I am a huge advocate of teaching entrepreneurship early in a child's life. I have been advocating K-12 entrepreneur programs and CEO mentorship programs for a long time. A great teacher, whether a CEO or public educator, can motivate a young child to take a path in life that leads to putting his or her life's dreams in his or her own hands versus the more common way of moving up the corporate ladder. It's hard to find the motivation and drive on your own, especially with all the bad news out there.
Why can't a child be taught how to run and scale lemonade stands in addition to history lessons about how this country was created? Why can't we start giving children the tech skills they'll need to run their own businesses in elementary school while they’re learning basic math skills? Instead of just selling goods to our kids in book fairs or bake sales, why can't we teach them how to organize them from start to finish, so they can see what it takes to create versus just being a consumer? Bottom line: you can definitely teach someone to become an entrepreneur at an early age.
Entrepreneurship emphatically cannot be taught. In fact, I believe it is something of a racket that so many business schools now claim to teach entrepreneurship. They can't.
Entrepreneurship can't be taught because it is simply messy. It is unpredictable. It requires a lived life and a broad personal experience to deal with the wide-ranging unexpected, unprecedented, and unquantifiable problems that crop up each day. It requires courage and integrity. It demands an understanding of people that can come only from real-world lived wisdom. It demands that you know who you are.
There seems to be a romanticism that has developed around entrepreneurship. It's cool to be an entrepreneur. But, I tell you, most of the successful entrepreneurs I know are somewhat eccentric and out-of-the-box, if not downright odd.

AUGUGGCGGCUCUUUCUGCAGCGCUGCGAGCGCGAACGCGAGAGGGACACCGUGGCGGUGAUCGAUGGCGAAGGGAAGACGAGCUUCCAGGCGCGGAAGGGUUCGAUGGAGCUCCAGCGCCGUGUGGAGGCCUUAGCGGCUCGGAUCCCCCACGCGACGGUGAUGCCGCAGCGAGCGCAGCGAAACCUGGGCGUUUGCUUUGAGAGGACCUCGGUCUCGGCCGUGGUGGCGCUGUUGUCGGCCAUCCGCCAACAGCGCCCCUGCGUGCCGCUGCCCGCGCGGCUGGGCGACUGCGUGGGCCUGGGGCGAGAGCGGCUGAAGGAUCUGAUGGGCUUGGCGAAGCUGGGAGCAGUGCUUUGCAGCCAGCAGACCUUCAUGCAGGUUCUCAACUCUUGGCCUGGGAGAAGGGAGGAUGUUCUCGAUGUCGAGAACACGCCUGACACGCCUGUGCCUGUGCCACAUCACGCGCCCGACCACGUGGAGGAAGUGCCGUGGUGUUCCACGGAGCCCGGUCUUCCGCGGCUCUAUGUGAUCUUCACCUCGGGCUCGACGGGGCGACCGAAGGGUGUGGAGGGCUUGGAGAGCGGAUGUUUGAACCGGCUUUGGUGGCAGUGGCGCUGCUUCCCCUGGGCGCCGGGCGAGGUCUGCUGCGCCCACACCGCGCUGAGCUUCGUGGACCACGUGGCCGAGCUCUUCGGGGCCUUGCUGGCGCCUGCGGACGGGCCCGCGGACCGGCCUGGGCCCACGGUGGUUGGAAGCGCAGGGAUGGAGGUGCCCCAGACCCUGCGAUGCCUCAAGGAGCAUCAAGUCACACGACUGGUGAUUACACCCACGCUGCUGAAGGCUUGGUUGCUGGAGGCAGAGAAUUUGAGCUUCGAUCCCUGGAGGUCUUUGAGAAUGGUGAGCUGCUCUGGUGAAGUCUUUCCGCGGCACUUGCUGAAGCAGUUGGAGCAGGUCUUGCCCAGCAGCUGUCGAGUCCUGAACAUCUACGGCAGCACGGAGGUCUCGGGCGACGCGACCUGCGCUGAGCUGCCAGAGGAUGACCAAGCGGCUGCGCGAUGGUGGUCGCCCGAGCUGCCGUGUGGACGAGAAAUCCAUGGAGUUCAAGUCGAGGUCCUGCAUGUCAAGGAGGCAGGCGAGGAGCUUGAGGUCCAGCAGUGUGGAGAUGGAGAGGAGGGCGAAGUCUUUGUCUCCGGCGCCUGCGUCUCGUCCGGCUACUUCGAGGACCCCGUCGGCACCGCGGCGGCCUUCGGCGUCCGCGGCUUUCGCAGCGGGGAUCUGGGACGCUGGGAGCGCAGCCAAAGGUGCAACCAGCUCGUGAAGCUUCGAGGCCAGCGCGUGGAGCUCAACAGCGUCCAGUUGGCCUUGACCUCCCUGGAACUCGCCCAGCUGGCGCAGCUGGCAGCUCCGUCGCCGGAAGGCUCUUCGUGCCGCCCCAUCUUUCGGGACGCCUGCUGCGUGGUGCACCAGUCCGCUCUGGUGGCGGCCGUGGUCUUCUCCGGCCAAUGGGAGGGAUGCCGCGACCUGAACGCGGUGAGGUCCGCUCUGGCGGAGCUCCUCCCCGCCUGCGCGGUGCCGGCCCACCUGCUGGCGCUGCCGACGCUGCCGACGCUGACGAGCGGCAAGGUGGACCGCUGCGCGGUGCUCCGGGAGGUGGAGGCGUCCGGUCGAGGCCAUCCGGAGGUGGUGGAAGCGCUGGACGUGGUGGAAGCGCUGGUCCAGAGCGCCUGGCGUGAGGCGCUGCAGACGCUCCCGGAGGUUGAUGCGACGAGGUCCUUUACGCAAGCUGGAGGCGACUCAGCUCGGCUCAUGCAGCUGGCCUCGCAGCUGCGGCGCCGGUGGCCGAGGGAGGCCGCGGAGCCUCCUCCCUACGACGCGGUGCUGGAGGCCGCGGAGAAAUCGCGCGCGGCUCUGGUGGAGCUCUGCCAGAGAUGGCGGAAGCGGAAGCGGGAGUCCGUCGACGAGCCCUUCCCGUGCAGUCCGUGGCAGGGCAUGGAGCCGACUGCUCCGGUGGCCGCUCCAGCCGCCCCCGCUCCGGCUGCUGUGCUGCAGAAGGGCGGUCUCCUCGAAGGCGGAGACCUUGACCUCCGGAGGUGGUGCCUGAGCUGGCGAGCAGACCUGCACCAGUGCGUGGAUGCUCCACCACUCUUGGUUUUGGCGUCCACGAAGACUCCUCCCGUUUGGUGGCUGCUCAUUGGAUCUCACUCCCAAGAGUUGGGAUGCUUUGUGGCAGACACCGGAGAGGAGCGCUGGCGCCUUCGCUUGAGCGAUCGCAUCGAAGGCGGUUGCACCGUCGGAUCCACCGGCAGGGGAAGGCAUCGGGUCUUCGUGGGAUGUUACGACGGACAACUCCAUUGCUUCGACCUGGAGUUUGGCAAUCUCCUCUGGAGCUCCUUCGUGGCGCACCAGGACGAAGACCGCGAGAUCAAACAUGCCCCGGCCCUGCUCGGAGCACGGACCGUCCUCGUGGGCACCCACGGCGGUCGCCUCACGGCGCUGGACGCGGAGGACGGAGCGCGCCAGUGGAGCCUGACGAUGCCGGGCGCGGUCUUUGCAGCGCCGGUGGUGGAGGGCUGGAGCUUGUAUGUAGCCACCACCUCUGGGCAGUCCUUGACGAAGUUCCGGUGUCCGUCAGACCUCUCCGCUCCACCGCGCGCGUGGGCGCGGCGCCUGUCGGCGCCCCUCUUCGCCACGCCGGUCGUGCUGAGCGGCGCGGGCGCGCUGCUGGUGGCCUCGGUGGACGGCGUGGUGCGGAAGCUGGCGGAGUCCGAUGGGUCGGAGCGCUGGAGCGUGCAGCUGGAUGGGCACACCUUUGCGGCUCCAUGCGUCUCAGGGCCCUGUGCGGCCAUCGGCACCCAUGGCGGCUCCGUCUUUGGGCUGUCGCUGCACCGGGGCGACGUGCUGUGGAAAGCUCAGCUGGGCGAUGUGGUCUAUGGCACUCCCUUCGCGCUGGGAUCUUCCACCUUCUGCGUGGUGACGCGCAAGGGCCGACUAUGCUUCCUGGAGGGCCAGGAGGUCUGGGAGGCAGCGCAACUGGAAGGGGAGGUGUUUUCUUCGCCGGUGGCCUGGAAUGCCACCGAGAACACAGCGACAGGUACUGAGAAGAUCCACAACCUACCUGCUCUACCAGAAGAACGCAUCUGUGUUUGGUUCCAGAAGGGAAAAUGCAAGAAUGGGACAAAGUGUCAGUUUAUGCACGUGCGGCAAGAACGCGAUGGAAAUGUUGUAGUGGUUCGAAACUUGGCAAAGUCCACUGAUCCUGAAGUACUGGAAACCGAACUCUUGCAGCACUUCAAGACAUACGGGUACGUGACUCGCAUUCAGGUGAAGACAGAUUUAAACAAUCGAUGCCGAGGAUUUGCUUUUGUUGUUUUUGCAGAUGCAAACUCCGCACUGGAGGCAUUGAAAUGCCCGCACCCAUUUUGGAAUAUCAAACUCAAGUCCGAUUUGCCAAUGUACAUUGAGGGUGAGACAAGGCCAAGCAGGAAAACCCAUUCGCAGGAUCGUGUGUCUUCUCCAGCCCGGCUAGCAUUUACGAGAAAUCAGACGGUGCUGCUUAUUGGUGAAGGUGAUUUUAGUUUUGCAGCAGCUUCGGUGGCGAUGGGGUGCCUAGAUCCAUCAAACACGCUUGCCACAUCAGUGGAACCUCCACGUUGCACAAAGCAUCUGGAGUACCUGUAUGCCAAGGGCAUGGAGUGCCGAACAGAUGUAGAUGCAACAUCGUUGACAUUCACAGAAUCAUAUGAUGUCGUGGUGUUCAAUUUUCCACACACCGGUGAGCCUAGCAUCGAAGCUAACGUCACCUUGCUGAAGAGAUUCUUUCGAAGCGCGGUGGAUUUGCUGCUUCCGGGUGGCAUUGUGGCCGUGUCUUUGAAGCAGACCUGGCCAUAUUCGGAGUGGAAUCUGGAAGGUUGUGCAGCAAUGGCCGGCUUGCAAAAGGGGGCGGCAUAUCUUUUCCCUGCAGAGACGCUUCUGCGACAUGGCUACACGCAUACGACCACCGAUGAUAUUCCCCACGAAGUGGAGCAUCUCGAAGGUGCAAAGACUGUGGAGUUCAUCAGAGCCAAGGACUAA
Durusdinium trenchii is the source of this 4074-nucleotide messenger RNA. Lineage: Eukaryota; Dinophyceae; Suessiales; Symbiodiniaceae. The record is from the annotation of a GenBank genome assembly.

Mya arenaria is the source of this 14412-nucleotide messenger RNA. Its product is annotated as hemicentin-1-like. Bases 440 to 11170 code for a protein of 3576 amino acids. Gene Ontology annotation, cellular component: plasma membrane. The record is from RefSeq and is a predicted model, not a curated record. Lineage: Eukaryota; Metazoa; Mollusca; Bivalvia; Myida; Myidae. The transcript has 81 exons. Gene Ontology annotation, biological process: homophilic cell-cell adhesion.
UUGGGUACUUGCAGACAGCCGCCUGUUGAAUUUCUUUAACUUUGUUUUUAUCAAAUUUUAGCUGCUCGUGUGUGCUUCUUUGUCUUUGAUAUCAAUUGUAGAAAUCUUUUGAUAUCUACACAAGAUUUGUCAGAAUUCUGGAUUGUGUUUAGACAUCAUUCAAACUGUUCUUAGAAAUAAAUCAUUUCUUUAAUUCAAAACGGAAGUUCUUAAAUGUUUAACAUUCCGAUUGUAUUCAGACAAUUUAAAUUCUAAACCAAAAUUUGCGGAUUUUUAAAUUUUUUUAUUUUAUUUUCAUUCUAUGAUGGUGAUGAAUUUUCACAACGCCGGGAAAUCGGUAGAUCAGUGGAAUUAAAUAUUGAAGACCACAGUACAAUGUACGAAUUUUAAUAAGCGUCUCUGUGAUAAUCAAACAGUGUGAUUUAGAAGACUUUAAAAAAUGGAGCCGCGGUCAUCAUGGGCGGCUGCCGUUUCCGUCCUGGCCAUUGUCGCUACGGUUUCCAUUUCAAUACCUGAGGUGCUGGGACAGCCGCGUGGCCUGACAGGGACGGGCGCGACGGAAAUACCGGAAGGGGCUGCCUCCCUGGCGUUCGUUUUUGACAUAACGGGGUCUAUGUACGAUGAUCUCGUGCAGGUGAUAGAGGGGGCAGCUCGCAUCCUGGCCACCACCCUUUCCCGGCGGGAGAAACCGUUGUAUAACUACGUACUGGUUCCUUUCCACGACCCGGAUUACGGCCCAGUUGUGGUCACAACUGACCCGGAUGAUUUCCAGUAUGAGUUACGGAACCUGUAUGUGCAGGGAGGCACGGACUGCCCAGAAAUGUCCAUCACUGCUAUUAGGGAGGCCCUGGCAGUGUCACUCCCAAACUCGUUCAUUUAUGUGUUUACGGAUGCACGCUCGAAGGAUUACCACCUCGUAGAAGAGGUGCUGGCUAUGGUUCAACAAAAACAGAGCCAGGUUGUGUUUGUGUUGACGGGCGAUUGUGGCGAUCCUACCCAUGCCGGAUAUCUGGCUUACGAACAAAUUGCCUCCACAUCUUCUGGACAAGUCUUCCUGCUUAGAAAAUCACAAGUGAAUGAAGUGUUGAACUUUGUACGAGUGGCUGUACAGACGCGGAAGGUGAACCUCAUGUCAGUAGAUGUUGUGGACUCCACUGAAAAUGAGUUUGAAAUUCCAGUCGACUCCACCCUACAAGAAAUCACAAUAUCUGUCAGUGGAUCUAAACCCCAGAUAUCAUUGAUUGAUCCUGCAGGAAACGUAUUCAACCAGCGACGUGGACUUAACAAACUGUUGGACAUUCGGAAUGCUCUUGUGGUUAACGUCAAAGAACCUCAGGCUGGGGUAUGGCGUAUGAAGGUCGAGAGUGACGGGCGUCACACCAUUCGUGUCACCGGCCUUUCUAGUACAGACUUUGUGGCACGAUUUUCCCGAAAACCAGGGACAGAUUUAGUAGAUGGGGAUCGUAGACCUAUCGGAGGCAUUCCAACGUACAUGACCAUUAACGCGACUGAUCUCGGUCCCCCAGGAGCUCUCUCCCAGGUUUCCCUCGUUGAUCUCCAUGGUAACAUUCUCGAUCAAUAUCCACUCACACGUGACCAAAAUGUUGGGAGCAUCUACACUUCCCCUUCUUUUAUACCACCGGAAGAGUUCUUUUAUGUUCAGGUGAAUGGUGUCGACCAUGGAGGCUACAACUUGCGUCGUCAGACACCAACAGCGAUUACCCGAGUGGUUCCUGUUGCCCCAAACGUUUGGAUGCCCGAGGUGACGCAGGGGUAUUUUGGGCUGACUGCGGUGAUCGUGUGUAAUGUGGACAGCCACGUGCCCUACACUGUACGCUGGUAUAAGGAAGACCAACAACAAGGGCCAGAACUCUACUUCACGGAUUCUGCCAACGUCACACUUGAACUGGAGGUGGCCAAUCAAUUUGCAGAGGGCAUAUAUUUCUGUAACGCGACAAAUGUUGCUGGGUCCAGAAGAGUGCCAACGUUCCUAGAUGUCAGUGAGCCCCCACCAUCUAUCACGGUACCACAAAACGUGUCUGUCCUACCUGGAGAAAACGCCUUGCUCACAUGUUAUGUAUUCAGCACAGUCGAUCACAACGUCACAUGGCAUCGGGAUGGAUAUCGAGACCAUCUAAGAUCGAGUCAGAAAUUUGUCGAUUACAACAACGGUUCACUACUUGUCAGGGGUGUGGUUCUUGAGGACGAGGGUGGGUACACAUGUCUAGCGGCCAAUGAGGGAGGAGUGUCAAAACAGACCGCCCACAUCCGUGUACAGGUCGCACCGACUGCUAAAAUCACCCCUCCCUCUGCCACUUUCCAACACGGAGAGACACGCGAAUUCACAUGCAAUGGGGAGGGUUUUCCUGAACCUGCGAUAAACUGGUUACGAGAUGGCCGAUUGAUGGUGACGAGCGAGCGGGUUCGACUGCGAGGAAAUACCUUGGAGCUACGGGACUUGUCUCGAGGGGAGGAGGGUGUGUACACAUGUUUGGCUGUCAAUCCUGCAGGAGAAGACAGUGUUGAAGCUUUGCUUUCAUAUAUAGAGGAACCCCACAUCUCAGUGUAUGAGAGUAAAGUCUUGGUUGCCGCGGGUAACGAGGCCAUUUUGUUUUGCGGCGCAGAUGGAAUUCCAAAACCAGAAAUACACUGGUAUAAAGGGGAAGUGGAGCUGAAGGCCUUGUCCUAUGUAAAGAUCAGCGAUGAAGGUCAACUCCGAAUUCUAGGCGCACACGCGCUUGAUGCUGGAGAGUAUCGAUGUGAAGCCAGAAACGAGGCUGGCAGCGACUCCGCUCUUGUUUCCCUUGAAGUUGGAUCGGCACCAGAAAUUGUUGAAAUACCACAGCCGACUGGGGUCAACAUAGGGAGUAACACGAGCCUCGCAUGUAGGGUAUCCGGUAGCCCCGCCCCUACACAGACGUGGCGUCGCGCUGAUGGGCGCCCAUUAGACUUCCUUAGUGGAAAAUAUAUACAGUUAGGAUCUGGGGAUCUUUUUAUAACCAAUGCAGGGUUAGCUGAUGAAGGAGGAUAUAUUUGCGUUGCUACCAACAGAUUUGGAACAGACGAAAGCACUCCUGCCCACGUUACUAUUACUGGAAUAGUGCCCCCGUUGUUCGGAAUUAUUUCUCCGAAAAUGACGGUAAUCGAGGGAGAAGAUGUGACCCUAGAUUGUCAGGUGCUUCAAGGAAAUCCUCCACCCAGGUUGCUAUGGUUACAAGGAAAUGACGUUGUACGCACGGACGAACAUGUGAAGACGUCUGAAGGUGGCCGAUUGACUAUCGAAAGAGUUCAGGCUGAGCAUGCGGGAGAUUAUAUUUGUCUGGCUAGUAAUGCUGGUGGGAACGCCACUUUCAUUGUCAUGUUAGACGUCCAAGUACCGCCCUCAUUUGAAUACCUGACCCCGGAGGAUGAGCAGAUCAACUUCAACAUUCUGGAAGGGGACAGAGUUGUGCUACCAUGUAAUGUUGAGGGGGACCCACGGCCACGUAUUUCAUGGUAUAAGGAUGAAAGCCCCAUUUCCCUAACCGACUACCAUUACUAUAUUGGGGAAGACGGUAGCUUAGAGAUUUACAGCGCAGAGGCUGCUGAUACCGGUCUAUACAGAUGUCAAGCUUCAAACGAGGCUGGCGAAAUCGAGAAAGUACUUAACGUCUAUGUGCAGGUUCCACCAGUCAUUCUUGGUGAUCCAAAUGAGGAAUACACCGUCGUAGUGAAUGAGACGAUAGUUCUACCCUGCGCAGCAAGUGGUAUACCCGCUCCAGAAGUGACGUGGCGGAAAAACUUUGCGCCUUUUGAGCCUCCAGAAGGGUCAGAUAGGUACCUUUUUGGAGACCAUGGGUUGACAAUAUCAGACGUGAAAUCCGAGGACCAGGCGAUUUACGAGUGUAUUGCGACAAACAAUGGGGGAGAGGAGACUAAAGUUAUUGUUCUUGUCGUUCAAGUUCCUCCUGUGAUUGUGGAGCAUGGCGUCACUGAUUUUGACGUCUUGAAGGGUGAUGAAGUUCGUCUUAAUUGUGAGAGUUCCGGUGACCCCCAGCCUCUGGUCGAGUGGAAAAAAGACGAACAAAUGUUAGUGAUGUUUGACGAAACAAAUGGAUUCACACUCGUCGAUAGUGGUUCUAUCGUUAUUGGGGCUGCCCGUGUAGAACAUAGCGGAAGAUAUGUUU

I would tell any aspiring entrepreneur to study anything but business. Study physics, philosophy, poetry, history, economics, or biology. Study anything and everything. Except entrepreneurship.
Note British business owner Anita Roddick, who founded The Body Shop. Here's how she talks about entrepreneurship: "Listen, don't even talk about business—don't be controlled by language. Don't even say the word business. Bury it. Talk about livelihood. Talk about a livelihood that you can create for yourself, an honorable livelihood that gives you freedom."
They do not teach that at Harvard Business School.
I do think that entrepreneurship can be taught as long as the person has a great idea, drive, and the focus to make it happen. If they have never started a business, I would recommend that they surround themselves with experienced mentors who can help guide and teach the entrepreneur best practices for success. There are plenty of entrepreneurs like Steve Jobs who didn’t grow up in an entrepreneurial family, yet were extremely successful in business.
I do not think natural abilities determine who will be a successful entrepreneur, and many of the successful traits can be taught, or learned, over time. That said, having certain innate qualities certainly gives you a leg up.
I liken entrepreneurship to my favorite sport: surfing. Surfing is one of the toughest sports I know. It takes balance, coordination, strength, and ability to read the direction of the waves and to always stay ahead of them. A lot of the same qualities are needed as an entrepreneur.
When I've taught surfing, some people, amazingly, can stand up on the wave immediately. Others can take many months to pick it up, and then one day, they figure it out, and they're as good as a natural-born surfer.
While being an entrepreneur does take a lot of innate abilities, mostly it takes courage, and the ability to believe in yourself. You just have to be brave enough to paddle out.